The Holocaust provided lessons to us on religious persecution. We now know it is wrong to discriminate against someone on their religion, and that it should not matter what religion a person is. Here are a couple religious groups that have been persecuted throughout history. Two examples are the Roma Gypsies and Jehovah’s Witnesses (Christians). The Gypsies, most like the Jews, were moved by Nazis to unusual areas, and almost the entire race of Gypsies in Eastern Europe was wiped out.
For example, the book states that the Alpha Company members “spoke bitterly about people who had found release by shooting off their own toes or fingers” (O’Brien 21). Granted O’Brien did end up serving in the war therefore not stooping to the level of cowardice
“The mob was simply angered by the deaths of the white men and proceeded to raze the town of Rosewood.” The whole white neighborhood of Sumner wanted to eradicate the town of Rosewood. Which resulted into their entire town burning into ashes. Loved ones dead and memories lost. Even though the massacre was taken into consideration in court, the jury decided that the mob that caused so many deaths was left unpunished. Upton, uses these similarities to create such a dynamic article by stating that the two town had peace between each other but ever since Fannie’s statement it was perceived to whites that they knew it was true.
Bertram Cates and Malala Yousafzai are too perfect examples of people standing alone to benefit the community. Both are challenging the education system the way it was. Many deeply hated the things that were being challenged by Cates and Malala . Though more extreme than what Bertram Cates experienced Malala relates to him because of the negative reaction and the shunning she receives from the community. One time when driving in the back of a truck a member of the Taliban came up and shot Malala.
The second example hits home when Norman Bowker kills himself due to the guilt psychological killing his will to live with the burden of him knowing he could have saved his fellow soldier, Kiowa. Both of these examples from the book show how O’Brien bluntly shows the guilt in and out of
I led my men straight into a massacre, (Example 2, imagery and inference. The strong wording of this line allows one to infer that Washington is still plagued with guilt from his past mistakes, as well a providing imagery towards the brutality of what happened and how this still effects him. This line could also be considered hyperbole, as he did not purposefully lead anyone into a known massacre, but the event seemingly did turn into one— so it would not be accurate to classify it as a hyperbole.) I witnessed their deaths firsthand. (Example 3, imagery.
By articulating that oppression is deeply grounded through the usage of the Byrd family, demonstrating the incorrectness of these concepts by showing the vengeance wrought upon the Butler family, and displaying the lengths people will go to to break out of oppression, Morrison weaves a compelling arc of literature, grounded in fact. This model of fact-based fictional characters provides for a more compelling narrative and a demonstration about race. Morrison shows the reader about the racial struggles that Milkman and his contemporaries must face during the novel, however, she parallels this fictional story of race with an equally compelling real one, giving the reader a small part the story of race in the United States. This potent mirroring reinforces her points about these pivotal themes and characters for the duration of the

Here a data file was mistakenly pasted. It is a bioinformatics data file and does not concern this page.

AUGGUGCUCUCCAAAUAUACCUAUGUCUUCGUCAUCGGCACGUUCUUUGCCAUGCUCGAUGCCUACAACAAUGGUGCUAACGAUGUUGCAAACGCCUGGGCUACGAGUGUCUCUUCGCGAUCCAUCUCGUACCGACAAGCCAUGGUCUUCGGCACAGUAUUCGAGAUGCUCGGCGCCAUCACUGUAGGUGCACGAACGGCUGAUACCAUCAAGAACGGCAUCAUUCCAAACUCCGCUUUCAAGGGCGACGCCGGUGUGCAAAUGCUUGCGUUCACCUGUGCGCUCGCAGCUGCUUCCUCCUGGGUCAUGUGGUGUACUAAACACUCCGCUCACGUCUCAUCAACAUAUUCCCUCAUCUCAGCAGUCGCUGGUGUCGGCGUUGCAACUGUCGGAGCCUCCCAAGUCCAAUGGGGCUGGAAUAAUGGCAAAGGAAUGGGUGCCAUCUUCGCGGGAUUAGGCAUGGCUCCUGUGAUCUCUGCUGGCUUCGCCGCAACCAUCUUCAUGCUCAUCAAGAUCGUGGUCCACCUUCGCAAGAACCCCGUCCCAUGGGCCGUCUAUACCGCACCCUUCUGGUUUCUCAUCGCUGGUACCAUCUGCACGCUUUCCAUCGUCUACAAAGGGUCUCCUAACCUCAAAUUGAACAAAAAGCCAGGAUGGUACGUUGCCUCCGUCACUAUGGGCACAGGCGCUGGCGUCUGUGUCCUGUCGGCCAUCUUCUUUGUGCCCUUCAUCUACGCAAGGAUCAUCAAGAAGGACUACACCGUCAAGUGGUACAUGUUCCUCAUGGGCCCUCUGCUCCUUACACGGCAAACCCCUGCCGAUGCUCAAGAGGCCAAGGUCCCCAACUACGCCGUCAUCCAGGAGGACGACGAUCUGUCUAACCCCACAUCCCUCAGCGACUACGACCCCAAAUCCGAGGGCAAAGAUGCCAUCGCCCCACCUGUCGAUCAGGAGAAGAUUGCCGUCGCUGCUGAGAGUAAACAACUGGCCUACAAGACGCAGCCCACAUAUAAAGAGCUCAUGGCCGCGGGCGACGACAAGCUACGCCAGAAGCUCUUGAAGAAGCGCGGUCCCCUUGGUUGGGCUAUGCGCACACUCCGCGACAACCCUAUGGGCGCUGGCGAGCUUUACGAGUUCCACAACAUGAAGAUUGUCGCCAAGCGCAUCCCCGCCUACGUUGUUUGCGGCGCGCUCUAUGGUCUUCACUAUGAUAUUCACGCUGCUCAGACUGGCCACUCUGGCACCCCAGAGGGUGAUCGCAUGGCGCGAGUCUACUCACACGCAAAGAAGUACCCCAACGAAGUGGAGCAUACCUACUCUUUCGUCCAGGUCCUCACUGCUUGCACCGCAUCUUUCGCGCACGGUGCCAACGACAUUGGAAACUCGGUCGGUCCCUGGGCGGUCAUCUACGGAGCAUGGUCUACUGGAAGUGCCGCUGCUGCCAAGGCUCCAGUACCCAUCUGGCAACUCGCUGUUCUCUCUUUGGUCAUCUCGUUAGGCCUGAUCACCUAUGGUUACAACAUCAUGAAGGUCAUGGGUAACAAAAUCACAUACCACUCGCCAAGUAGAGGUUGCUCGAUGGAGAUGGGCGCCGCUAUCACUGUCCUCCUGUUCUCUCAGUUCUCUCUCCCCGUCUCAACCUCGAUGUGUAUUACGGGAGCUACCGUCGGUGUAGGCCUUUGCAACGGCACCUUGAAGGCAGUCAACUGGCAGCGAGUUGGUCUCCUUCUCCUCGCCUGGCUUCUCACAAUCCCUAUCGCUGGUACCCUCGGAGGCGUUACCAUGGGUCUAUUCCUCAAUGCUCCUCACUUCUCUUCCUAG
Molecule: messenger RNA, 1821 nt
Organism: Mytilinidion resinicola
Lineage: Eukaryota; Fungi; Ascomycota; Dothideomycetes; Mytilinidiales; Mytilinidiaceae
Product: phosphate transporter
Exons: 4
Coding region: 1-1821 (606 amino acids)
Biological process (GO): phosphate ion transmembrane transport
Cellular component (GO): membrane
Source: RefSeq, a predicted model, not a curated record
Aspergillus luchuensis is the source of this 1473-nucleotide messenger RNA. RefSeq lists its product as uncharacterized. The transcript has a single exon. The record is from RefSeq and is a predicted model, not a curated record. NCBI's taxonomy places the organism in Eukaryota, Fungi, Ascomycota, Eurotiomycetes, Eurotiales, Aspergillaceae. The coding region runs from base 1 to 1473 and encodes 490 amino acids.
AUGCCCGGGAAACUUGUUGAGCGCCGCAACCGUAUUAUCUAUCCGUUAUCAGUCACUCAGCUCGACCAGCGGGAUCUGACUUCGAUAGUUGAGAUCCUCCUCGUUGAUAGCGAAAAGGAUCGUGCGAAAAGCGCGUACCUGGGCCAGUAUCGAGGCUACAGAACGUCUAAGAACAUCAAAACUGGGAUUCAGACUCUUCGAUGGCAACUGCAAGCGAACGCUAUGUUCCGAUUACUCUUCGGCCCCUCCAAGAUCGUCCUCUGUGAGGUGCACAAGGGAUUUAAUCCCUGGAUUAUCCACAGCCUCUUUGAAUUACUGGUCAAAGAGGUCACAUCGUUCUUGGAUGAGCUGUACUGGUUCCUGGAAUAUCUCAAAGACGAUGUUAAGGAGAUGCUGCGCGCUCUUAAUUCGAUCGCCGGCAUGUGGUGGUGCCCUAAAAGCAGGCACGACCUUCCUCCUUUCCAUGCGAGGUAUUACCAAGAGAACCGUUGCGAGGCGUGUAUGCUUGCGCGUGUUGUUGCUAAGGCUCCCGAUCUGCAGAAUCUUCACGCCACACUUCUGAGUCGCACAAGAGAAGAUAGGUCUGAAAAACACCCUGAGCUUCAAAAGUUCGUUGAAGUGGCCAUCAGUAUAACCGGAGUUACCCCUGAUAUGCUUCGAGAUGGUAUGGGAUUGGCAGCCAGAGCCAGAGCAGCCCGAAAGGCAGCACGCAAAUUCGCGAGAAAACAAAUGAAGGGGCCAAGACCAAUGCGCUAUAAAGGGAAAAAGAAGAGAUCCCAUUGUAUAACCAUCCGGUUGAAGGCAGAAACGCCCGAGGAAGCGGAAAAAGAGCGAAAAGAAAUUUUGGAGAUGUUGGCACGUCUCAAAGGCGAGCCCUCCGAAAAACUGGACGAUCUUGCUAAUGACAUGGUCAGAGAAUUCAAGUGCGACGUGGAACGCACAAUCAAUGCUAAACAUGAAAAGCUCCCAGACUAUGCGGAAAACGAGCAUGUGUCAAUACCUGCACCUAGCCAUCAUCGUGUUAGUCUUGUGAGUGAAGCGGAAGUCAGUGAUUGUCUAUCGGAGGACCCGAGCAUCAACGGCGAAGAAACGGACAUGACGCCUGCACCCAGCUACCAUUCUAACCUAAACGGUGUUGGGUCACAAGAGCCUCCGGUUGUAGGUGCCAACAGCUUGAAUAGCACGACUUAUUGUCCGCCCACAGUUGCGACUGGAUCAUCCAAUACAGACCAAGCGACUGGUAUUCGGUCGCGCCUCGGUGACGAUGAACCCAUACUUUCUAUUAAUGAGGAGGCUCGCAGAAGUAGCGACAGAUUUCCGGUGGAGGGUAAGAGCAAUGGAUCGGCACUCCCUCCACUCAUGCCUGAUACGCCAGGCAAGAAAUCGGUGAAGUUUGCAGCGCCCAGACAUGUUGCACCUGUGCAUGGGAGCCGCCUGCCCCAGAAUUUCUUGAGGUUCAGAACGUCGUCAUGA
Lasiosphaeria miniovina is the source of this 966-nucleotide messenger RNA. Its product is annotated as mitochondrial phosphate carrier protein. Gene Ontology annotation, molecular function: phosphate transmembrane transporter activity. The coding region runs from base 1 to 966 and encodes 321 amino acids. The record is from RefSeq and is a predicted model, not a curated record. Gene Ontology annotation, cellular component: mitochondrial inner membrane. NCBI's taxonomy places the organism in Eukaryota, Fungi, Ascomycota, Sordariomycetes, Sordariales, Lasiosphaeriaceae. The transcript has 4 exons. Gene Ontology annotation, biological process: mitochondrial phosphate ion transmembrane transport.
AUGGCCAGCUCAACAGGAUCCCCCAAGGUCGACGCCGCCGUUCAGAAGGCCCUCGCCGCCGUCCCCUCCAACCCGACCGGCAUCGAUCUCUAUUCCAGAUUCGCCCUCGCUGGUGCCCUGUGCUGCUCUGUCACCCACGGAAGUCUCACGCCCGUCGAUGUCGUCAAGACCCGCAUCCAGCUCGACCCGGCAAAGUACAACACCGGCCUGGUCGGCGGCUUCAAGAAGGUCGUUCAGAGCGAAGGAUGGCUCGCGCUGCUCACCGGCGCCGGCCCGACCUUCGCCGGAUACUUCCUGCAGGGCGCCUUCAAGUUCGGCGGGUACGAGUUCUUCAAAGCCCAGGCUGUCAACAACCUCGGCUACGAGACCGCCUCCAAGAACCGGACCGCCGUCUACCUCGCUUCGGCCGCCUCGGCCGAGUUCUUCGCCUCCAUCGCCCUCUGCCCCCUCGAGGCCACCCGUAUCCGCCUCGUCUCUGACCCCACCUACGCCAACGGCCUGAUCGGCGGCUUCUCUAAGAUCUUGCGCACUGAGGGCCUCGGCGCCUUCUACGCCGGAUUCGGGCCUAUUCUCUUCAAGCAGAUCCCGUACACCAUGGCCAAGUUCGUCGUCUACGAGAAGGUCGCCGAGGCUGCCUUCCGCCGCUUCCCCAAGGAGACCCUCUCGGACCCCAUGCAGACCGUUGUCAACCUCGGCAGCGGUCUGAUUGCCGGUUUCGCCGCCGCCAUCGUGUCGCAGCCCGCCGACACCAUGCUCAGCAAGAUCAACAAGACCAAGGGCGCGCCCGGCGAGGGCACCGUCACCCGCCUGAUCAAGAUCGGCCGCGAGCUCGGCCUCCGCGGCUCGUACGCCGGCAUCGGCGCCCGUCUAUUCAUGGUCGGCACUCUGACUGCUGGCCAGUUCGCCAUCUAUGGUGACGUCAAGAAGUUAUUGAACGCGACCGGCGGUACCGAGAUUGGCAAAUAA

Gandhi was assassinated on January 30th 1948 by a Hindu nationalist who held him guilty for favoring Pakistan and strongly opposed the doctrine of nonviolence. As I have shown you great people with foresight seldom survive to see their dreams become a reality. The death of a great leader rocks a nation and provides the fuel to stoke the embers into flames of change. Assassination may seem like a good idea when dealing with megalomaniacs and dictators such as Adolf Hitler, Joseph Stalin, Saddam Hussein, etc. but as we have learned throughout history that there are always people who are more than willing to pick up where they left off and sometimes the original is the lesser of the two evils.
With the growth of society and the fast pace of everyday life, people had slowly forgotten their sympathy and ethical responsibility. In the “Can The Law Make Us Be Decent?” contributed by Jay Sterling Silver, he expresses his feeling of irritation how people goes unpunished even though they stood by to watch people dying. People should be punished for ignoring others in need of help because it’s inhumane. People should be penalized for overlooked the troubled one because they didn’t support those in need even though they have the ability to help. In the article, “If Decency Doesn’t, Law Should Make Us Samaritans” written by Gloria Allred and Lisa Bloom is about the car crash of Princess Diana.
Whatever my hands have touched has come to nothing. Fate has brought all my pride to a thought of dust,” (Exodus.135-138). Although Antigone had to die for the cost of justice, among other casualties, her search for justice seemed to be successful. The multitude of deaths that occur during the Exodus result in Creon admitting how foolish he has been for being overly prideful and arrogant for thinking that he could outrun his cursed family’s fate. Her death made him discover that fate is a factor of life that should not be messed with.